Picture this. You’re at work and your team has a big problem to solve. Everyone sits down together in a room and starts to brainstorm. One person comes up with a solution, but it’s immediately shot down by another coworker. The next person comes up with a solution, and that’s immediately shot down, too. It doesn’t take long for the whole team to feel very frustrated and exhausted. You’ll never come up with a solution if everything is immediately torn apart!
How can you make this situation more productive? The first step is to learn about different types of thinking. By understanding the difference between convergent and divergent thinking, you can more effectively plan out your brainstorming session and come to the best solution without frustration.
Definition of Convergent and Divergent Thinking
Convergent and divergent thinking are relatively new terms in the world of psychology. They were first introduced to the world in 1956 by an American psychologist named J.P. Guilford. These two cognitive approaches, when used appropriately, can be used to solve just about any problem that you face.
Let’s start by talking about divergent thinking. When you think about “brainstorming,” you are thinking about divergent thinking. This type of thinking requires you to expand your mind and find innovative solutions. The possibilities are endless. Divergent thinking allows you to see products in materials in new and different ways.
Mind maps are the best way to put the results of divergent thinking on paper. Mind maps contain ideas that branch off from each other in different directions. There doesn’t have to be a lot of logic used when you are in “divergent thinking” mode. Remember, you are expanding what is possible, not limiting it.
Now, let’s go back to the first example. There was divergent thinking happening - each person was coming up with an “out of the box” idea. But they were quickly getting shot down. The person that was critiquing their argument was in “convergent thinking” mode.
Convergent thinking isn’t bad or unproductive. It’s necessary! This process is more analytical and “realistic.” It uses logic to narrow down ideas. This part of the thinking process requires looking for fallacies and potential problems. By narrowing down ideas that would not possibly work, you can find one or two ideas that will work without a hitch.
Examples of Convergent and Divergent Thinking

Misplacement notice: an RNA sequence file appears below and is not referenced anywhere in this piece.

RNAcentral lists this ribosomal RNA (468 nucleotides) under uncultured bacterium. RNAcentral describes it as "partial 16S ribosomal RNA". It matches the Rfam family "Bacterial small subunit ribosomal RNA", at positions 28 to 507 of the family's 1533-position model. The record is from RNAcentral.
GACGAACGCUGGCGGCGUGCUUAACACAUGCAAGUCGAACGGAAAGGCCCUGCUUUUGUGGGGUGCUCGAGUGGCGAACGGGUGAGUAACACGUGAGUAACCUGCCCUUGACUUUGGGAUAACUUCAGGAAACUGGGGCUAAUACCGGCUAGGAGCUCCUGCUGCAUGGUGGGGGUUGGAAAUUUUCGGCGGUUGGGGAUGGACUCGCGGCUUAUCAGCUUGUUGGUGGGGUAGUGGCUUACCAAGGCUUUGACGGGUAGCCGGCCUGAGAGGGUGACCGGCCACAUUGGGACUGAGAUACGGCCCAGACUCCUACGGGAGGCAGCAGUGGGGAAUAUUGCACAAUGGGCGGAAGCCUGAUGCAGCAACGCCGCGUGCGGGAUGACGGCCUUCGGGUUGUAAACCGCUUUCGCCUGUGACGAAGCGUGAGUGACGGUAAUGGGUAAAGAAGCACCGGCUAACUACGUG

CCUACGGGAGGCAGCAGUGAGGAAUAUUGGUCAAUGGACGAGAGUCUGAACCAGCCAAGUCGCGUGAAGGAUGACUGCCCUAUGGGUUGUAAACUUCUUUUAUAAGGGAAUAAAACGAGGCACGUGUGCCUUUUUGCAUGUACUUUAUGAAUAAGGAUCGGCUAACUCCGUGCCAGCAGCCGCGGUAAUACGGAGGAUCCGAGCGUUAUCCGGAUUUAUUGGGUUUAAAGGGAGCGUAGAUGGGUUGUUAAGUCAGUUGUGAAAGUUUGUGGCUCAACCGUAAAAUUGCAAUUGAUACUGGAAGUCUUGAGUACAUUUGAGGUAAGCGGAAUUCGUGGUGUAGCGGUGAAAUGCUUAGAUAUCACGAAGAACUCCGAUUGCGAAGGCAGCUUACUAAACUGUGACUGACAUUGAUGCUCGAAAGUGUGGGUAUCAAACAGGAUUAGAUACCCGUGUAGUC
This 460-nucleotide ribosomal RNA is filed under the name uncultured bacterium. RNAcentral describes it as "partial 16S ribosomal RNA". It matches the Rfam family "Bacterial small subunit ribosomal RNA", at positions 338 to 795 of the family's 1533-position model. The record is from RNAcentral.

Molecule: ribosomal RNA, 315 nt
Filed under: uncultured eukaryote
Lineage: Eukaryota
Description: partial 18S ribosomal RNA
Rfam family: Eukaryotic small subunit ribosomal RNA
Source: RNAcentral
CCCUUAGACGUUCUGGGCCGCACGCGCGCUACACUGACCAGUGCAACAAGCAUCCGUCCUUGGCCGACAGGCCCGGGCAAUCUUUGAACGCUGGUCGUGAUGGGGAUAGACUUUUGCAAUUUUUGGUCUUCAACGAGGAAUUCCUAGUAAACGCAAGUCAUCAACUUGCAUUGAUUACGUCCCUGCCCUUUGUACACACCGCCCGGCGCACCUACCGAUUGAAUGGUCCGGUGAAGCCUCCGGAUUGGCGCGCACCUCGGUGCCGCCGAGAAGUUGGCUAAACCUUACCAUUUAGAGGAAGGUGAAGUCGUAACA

Let’s say you’re planning an event, and trying to figure out where to have the event. By putting on your “divergent thinking cap,” you start to brainstorm. How fun would it be to have the event at Disney World? Or at the new hotel that is opening down the street? What about a big outdoor party with tents? All of these venues could attract potential guests and make the event really stand out!
Wow, these are a lot of great ideas!
But let’s approach this same problem with our “convergent thinking cap.” Disney World? Way out of budget, and most of the guests won’t want to travel that far. The new hotel down the street? That’s closer to the budget and guests can easily travel there. A big outdoor party? This is an option too, but only if the cost for lights, heating, and the tents actually did fit in the budget. Would you need a permit to hold the party outside? Would you have to worry about noise complaints?
As you can see, both of these processes are necessary to come to a solution. You can’t just set your heart on Disney World without considering practical factors, like budget or location. But when you do come up with an “out of the box” solution that does fit into your constraints, you’ve got a great solution on your hands.
How to Effectively Use Convergent and Divergent Thinking
Convergent and divergent thinking require two different parts of the brain. While convergent thinking relies more on logic, divergent thinking relies more on creativity. Switching back and forth between the two may not seem like multitasking, but it is a form of multitasking. And multitasking is not as effective as you may think.
In the meeting mentioned at the beginning of this article, your team was constantly switching back and forth between convergent and divergent thinking. Their brain had to switch back and forth, too. No wonder the group became worn out so fast!
Harvard instructors like Anne Manning suggest another approach to convergent and divergent thinking. Rather than doing them in the same meeting, try “batching” your divergent and convergent thinking tasks. Take an hour of the meeting for your team simply to brainstorm ideas. No critiques, no logic, no convergent thinking. Just keep expanding the ideas of where you should hold the event, for a solid block of time.
Give your team a break. This break could be an overnight break - many people have their best creative ideas when they are sleeping, showering, or thinking about other things. Tell your team to write down any more creative ideas that they might have, and bring them to you before the next meeting.
Then, hold a meeting that is focused solely on convergent thinking. Think about the budget. Location. The number of people that you expect to attend the event. You’ll be able to cross some ideas off of your list pretty quickly. That’s okay. Crossing off items on your list quickly means that you’re coming to a solution quickly.